How Brussels works: if you can’t beat them, join rewrite an EU directive

Telcos get green light to stiff WhatsApp, OTTs

Analysis The biggest European telcos are poised to use Brussels to enact their revenge on American internet platforms, and on OTT providers like WhatsApp, the Eurocrats’ house journal The Financial Times claims.

This isn’t exactly news, as a “sop to telcos” was exactly how we described what to expect last year, after we were leaked a draft of the Digital Single Market proposals.

Having grumpily accepted an end to roaming charges, the telcos were assured something in return. OTT IMs would need to abide by more telco regulations. “The e-Privacy directive could also be extended to services companies like OTT players,” we noted. That doesn’t sit squarely with the trade association ETNO’s position to “scrap” the e-Privacy Directive. But if you can’t scrap it, use it to nobble the competition.

The FT claims to have “seen” further plans to do just that – although it doesn’t deign to share those plans with the readers. The paper, described earlier this year as “the Daily Mail of the Europhile elite”, is loathe to paint Brussels in a bad light. So it is reasonable to guess that whatever sop is thrown at the telcos is not going to be “populist”. Which is another way of saying that it won’t be consumer friendly.

According to the Pink ‘Un:

“Commission officials argue that over-the-top services, which let users deliver [sic] calls and messages via the internet, should be regulated in a similar way to the services they have rapidly replaced, including SMS text messaging and traditional voice calling.”

Two years ago, Ovum predicted that telcos would lose a combined $386bn to OTT voice and text services between 2012 and 2018. The calculation is based on the value of minutes “lost”.

But this comes at a time of transition for the industry, which has long prepared for a transition to IP. Mobile operators are shifting to all-IP infrastructure – in LTE, voice is just another app – and flat rate pricing models. When EE launched 4G into the UK, it simply did away with bundled minutes, texts and data: everything was all you can eat.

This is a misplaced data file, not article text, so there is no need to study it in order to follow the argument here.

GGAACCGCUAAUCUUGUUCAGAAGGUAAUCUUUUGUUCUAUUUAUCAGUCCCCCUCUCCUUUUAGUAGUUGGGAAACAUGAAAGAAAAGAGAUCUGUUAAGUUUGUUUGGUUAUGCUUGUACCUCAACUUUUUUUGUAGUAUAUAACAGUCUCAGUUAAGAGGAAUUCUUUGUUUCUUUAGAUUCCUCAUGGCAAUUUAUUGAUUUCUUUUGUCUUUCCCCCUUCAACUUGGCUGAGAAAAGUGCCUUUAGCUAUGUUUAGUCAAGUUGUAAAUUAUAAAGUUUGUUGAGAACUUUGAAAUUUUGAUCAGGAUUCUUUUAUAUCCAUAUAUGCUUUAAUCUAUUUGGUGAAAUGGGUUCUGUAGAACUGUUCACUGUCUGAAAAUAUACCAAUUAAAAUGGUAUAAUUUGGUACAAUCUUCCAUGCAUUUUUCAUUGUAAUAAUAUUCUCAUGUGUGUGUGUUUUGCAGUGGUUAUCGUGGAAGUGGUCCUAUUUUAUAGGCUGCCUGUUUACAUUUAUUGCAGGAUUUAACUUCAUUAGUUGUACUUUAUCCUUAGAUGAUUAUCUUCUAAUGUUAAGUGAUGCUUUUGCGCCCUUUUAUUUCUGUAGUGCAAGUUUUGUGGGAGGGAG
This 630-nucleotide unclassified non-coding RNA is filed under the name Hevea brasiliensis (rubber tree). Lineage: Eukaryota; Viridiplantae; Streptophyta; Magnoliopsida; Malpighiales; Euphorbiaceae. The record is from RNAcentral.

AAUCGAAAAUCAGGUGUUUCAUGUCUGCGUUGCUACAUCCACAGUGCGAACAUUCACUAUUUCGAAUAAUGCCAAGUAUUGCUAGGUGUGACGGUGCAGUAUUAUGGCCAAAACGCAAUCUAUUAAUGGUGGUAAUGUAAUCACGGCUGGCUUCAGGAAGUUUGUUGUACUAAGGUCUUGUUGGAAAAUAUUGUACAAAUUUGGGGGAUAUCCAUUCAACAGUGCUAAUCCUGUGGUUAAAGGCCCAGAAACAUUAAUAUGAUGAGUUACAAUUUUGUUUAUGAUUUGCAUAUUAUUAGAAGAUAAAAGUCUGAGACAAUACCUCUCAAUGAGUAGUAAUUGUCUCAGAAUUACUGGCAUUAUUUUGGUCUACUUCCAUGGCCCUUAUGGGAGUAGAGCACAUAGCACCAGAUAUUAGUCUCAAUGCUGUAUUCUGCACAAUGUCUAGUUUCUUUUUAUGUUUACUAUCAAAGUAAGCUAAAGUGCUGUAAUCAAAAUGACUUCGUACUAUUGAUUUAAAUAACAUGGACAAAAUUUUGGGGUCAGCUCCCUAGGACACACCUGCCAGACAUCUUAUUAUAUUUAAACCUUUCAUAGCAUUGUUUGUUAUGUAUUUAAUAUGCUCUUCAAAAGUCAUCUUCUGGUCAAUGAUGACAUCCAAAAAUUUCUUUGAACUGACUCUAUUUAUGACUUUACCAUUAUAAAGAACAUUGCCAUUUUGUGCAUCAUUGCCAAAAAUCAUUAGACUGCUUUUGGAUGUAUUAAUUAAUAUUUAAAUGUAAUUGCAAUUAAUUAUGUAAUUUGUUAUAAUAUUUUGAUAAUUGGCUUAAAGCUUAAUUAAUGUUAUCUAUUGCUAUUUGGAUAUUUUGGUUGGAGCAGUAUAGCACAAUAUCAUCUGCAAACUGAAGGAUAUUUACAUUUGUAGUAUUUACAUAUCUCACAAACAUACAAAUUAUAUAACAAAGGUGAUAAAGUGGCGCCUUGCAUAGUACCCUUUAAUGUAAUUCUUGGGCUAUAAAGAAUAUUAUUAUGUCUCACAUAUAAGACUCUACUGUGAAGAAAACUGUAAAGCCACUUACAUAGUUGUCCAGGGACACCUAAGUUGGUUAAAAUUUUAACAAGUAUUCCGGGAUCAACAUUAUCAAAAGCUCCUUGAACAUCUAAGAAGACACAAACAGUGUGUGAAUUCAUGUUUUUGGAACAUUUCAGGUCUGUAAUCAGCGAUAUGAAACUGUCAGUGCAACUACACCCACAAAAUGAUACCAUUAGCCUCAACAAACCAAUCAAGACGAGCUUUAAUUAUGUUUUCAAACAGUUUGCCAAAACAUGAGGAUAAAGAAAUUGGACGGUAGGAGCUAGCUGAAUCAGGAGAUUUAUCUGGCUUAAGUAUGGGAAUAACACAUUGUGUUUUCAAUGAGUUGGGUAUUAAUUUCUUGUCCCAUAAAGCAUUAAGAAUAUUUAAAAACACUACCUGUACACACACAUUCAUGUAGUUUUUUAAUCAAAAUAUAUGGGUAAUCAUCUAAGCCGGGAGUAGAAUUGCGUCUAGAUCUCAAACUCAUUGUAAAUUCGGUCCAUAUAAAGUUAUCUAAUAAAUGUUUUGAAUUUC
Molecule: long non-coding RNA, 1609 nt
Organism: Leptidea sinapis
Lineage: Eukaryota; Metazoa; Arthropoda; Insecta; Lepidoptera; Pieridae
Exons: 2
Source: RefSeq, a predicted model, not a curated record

The regulatory battles in the telecoms sector illustrate Brussels in all its contradictions and sclerosis.

The “sop” doesn’t satisfy what the telcos really want, which is certainty: and particularly, more freedom to consolidate. They were already unhappy that telcos couldn’t create pan-European savings. Then Commissioner Vestiger ushered in a new era of intervention when she blocked the Hutchison/O2 takeover. And just as telcos thought they’d batted away the lunatic fringe of net neutrality activists in Parliament, they returned to capture the pan-European regulator BEREC. The result is regulations which providers say are unworkable.

This has already had a chilling effect on telco innovation, as any service which guarantees QoS is potentially “illegal”, threatening to draw the operator into years of legal battles with the CJEU. Neither of the activists’ key propositions: that hard neutrality laws are a) needed because of demonstrable harm and b) benefit the consumer, is supported by the evidence. According to BEREC’s own survey, it isn’t even supported by the public, who very rapidly cool on the idea of net neutrality if it means higher prices. They care, but not enough to pay for it.

These battles have a root cause that’s structural, and very much a problem of Brussels’ own making. The European Commission creates incentives both for big business to lobby to exclude competition, and for activist excess. Realising it has a “democratic deficit”, the Commission takes pride in funding activists and academics, to provide a voice for “civil society” that it believes is necessary to balance capitalism.

It then splits the difference. But the civil society that takes up placards on digital issues isn’t an organic expression of popular political expression, but big business lobbying by other means. The activists are simply sock puppets for another sector of big business. Twenty-five per cent of the funding for EDRi, the noisiest civil society group calling for hard neutrality, comes from the Commission itself.

If Brussels reformed itself to become a “minarchist” apparatus, that would remove the incentives for both telcos and soap-dodgers to spend their time lobbying Brussels. There’d be no doors to knock on. But Hell will freeze over first. ®

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